Athough Gentoo is a free operating system based on either Linux or FreeBSD and FreeBSD has its own kernel, for practical reasons, this article refers to the Linux kernel.
The Linux kernel is the core of the operating system and offers an interface for programs to access the hardware. The kernel contains most of the device drivers.
To create a kernel, it is necessary to install the kernel source code first. The Gentoo recommended kernel sources for a desktop system are, of course, sys-kernel/gentoo-sources. These are maintained by the Gentoo developers, and patched to fix security vulnerabilities, functional problems, as well as to improve compatibility with rare system architectures.
|USE flag (what is that?)||Default||Recommended||Description|
||No||No||!!internal use only!! DO NOT SET THIS FLAG YOURSELF!, used for creating build images and the first half of bootstrapping [make stage1]|
||No||Remove binary blobs from kernel sources to provide libre license compliance.|
||No||Force kernel ebuilds to automatically update the /usr/src/linux symlink|
Now install sys-kernel/gentoo-sources:
emerge --ask sys-kernel/gentoo-sources
There are various alternative kernel sources in the main Gentoo repository:
- sys-kernel/vanilla-sources - The official, non-patched Linux kernel sources. These sources are left as is, they do not contain any additional patches and are therefore not supported by Gentoo support or developers.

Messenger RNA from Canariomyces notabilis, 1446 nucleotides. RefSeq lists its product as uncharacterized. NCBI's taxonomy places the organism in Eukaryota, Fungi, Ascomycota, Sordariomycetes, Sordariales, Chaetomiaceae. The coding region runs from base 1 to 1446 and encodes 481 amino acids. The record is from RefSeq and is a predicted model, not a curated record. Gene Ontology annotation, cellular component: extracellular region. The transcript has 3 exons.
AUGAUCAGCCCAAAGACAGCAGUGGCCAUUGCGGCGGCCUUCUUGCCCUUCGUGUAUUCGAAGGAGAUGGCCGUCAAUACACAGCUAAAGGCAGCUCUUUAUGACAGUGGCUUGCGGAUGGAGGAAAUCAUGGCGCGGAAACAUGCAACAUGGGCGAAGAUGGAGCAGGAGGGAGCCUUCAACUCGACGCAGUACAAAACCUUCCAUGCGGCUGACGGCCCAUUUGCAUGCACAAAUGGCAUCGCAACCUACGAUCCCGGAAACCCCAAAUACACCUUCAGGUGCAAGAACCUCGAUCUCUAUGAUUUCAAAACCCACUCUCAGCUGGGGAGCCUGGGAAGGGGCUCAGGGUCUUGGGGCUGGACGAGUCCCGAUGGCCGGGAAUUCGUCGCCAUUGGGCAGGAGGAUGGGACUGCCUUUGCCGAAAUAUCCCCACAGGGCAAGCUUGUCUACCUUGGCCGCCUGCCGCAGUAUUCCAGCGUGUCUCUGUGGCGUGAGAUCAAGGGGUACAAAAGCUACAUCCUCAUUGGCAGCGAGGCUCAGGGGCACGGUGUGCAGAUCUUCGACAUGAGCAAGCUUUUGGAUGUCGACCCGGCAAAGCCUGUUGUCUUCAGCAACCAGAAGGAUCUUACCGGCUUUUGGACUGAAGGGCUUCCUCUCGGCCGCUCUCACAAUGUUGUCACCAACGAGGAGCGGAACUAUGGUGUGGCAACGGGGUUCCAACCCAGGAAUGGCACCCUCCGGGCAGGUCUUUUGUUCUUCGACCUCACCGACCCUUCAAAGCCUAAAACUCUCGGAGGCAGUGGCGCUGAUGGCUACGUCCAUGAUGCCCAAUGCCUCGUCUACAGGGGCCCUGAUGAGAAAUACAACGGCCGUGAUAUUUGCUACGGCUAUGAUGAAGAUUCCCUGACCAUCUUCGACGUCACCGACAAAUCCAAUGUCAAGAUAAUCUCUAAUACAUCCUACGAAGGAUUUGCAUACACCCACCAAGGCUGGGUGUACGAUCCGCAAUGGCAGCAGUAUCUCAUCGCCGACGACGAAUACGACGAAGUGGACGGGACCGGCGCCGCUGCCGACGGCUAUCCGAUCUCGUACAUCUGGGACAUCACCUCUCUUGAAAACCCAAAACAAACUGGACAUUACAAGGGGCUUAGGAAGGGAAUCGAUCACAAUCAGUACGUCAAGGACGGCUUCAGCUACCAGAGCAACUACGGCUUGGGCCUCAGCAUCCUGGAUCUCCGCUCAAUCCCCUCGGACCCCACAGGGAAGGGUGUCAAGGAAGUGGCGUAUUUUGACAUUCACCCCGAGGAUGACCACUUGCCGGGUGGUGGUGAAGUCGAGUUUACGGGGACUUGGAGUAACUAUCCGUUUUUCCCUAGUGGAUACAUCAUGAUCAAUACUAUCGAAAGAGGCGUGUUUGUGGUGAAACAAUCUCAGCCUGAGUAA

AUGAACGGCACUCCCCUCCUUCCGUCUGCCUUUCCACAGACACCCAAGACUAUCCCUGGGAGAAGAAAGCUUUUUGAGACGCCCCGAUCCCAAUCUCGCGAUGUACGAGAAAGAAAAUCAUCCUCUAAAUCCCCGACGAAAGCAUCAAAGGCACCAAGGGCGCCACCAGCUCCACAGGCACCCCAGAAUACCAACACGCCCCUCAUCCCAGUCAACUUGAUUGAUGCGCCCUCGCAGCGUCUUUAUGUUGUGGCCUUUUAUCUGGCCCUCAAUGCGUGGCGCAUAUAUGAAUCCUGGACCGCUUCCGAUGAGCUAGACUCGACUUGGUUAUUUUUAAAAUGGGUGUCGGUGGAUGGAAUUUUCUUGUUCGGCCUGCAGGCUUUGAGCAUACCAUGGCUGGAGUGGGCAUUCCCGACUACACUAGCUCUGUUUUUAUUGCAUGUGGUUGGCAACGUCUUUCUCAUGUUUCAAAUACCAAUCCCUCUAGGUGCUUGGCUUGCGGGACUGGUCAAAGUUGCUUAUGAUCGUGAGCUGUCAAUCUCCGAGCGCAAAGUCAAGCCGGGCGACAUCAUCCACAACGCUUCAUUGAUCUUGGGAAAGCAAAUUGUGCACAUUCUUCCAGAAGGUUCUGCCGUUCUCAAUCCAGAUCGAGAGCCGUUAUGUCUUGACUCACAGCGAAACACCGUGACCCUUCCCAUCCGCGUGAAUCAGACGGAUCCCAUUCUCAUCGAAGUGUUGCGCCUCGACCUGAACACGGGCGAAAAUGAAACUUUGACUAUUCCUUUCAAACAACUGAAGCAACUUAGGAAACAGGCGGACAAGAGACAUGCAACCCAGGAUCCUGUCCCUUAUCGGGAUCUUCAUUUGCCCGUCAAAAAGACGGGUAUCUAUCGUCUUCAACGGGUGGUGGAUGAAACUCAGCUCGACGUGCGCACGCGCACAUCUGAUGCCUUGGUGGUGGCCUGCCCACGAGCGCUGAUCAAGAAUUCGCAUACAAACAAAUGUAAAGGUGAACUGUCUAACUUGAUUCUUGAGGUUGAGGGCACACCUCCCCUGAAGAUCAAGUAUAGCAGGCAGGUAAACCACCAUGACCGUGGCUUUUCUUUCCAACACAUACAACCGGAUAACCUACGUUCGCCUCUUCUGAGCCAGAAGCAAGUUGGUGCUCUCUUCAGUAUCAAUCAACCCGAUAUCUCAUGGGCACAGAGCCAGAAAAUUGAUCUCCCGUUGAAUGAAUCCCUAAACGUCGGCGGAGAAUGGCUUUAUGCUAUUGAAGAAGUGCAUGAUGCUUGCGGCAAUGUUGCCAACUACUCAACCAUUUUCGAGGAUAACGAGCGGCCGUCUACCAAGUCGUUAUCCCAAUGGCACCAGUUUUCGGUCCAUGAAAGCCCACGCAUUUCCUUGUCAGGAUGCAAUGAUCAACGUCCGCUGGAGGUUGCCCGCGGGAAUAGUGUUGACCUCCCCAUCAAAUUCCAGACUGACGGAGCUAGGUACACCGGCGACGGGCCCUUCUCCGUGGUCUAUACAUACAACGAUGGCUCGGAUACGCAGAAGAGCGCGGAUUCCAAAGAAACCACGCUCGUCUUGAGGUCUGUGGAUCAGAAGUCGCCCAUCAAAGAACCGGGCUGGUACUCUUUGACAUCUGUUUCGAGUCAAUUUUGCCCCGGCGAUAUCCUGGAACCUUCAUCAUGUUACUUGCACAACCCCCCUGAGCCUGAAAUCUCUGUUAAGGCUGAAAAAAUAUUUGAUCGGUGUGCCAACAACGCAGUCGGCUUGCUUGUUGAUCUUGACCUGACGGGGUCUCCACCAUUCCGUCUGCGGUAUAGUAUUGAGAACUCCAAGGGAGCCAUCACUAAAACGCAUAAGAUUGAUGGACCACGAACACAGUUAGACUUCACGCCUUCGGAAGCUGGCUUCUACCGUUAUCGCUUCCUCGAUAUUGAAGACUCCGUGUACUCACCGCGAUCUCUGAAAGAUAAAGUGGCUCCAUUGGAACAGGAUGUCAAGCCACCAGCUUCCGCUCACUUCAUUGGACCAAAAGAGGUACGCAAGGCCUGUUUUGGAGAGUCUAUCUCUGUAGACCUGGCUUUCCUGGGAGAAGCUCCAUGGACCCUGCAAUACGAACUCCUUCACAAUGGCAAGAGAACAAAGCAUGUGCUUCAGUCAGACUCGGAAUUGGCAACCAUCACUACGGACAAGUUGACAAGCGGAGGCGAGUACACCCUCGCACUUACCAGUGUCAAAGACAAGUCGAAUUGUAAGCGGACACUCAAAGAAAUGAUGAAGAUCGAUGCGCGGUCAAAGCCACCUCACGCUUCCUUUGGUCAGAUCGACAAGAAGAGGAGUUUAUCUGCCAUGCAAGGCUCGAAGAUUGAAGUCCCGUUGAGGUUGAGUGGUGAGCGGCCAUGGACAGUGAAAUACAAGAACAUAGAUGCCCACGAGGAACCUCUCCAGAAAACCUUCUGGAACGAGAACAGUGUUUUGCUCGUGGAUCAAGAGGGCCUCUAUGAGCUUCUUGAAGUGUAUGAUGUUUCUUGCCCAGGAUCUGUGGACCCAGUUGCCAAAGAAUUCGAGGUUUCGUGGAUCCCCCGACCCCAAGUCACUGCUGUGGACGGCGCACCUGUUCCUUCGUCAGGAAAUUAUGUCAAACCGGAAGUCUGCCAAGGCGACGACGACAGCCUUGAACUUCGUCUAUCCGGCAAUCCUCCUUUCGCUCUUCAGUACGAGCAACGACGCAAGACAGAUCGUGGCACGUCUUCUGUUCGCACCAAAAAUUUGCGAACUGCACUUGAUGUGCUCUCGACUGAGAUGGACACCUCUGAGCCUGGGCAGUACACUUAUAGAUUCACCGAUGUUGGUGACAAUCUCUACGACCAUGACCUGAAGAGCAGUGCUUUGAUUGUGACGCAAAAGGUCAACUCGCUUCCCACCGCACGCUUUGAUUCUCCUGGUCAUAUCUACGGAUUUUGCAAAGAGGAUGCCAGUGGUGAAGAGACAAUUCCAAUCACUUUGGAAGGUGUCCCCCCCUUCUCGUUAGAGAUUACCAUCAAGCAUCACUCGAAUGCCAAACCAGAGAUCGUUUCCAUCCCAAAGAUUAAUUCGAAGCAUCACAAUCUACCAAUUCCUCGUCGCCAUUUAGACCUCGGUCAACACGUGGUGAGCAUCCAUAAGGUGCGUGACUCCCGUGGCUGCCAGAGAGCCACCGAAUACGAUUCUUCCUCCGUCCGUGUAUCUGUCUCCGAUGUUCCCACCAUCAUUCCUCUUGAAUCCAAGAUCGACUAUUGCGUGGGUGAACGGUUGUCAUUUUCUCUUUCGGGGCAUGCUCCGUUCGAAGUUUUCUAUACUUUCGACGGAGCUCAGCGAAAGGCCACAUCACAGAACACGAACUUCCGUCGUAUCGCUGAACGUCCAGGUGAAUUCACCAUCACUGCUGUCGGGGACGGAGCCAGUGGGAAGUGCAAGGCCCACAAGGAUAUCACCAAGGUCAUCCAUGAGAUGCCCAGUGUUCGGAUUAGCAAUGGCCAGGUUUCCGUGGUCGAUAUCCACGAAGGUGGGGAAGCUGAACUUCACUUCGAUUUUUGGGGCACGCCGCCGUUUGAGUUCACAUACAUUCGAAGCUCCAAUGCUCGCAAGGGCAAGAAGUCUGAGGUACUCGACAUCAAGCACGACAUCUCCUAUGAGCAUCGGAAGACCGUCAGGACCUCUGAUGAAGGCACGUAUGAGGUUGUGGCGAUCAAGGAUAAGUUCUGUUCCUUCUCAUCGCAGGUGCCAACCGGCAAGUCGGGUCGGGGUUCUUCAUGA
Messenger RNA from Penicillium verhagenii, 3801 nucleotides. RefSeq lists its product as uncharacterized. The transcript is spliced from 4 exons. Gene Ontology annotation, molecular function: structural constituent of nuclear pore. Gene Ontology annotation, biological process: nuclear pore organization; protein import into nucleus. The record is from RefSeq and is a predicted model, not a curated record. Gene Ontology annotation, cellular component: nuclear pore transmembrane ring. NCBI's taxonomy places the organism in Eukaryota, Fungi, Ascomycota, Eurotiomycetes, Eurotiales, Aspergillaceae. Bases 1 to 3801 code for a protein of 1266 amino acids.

- sys-kernel/hardened-sources - Gentoo sources with security enhancements.
- Kernel sources overview
- Most, if not all, of the kernel sources packages available in Gentoo are detailed in the kernel sources overview article. Navigate there for further knowledge on specific kernel sources available in the main Gentoo repository.
Searching all alternatives
A full list of kernel sources with short descriptions can be found by searching with emerge:
emerge --search sources
- Automatic configuration
- genkernel is a tool used to automate the build process of the kernel and initramfs. The goal of genkernel is to help users through the kernel building process.
- Manual configuration
- Manual configuration enables the user, with some effort, to create a custom-fit kernel configuration.
- Gentoo kernel configuration guide
- Gentoo's kernel configuration guide.
- Steps to upgrade to a new kernel using an existing configuration.
- Steps to completely remove old kernels.
- Kernel Seeds
- Like the option above, Kernels Seeds help the user, with some effort, create a custom-fit kernel configuration using an existing .config as a base.
- 2.4 to 2.6 Migration
- Migration guide from Linux 2.4 to Linux 2.6. Since the Linux kernel codebase has significantly moved past 2.6, these migration steps are no longer relevant, but may be useful for helping administrators understand.
- The kernel category - All the kernel related articles on the wiki.